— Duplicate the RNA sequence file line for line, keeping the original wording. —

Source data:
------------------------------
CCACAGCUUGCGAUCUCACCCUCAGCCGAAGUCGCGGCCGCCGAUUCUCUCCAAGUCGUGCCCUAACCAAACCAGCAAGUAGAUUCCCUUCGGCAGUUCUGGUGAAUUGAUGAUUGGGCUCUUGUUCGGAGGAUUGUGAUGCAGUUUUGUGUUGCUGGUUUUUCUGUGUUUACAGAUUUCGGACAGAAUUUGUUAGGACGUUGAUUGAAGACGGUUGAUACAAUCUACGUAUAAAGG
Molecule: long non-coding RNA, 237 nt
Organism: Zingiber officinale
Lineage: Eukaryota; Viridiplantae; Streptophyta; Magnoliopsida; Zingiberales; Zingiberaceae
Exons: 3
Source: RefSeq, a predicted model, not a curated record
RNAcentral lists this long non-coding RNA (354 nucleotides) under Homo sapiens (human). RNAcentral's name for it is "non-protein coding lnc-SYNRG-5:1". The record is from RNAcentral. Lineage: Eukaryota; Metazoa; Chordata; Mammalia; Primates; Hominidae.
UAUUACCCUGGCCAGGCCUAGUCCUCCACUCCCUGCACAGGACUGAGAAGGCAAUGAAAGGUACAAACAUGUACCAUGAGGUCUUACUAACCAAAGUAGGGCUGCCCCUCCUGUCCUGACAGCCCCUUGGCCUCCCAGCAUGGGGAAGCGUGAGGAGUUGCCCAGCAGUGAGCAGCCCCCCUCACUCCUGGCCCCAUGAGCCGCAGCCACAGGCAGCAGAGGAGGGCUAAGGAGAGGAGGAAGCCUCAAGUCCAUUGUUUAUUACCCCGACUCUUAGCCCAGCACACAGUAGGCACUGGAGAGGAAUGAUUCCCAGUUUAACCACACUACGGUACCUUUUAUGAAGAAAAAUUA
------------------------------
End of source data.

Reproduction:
CCACAGCUUGCGAUCUCACCCUCAGCCGAAGUCGCGGCCGCCGAUUCUCUCCAAGUCGUGCCCUAACCAAACCAGCAAGUAGAUUCCCUUCGGCAGUUCUGGUGAAUUGAUGAUUGGGCUCUUGUUCGGAGGAUUGUGAUGCAGUUUUGUGUUGCUGGUUUUUCUGUGUUUACAGAUUUCGGACAGAAUUUGUUAGGACGUUGAUUGAAGACGGUUGAUACAAUCUACGUAUAAAGG
Molecule: long non-coding RNA, 237 nt
Organism: Zingiber officinale
Lineage: Eukaryota; Viridiplantae; Streptophyta; Magnoliopsida; Zingiberales; Zingiberaceae
Exons: 3
Source: RefSeq, a predicted model, not a curated record
RNAcentral lists this long non-coding RNA (354 nucleotides) under Homo sapiens (human). RNAcentral's name for it is "non-protein coding lnc-SYNRG-5:1". The record is from RNAcentral. Lineage: Eukaryota; Metazoa; Chordata; Mammalia; Primates; Hominidae.
UAUUACCCUGGCCAGGCCUAGUCCUCCACUCCCUGCACAGGACUGAGAAGGCAAUGAAAGGUACAAACAUGUACCAUGAGGUCUUACUAACCAAAGUAGGGCUGCCCCUCCUGUCCUGACAGCCCCUUGGCCUCCCAGCAUGGGGAAGCGUGAGGAGUUGCCCAGCAGUGAGCAGCCCCCCUCACUCCUGGCCCCAUGAGCCGCAGCCACAGGCAGCAGAGGAGGGCUAAGGAGAGGAGGAAGCCUCAAGUCCAUUGUUUAUUACCCCGACUCUUAGCCCAGCACACAGUAGGCACUGGAGAGGAAUGAUUCCCAGUUUAACCACACUACGGUACCUUUUAUGAAGAAAAAUUA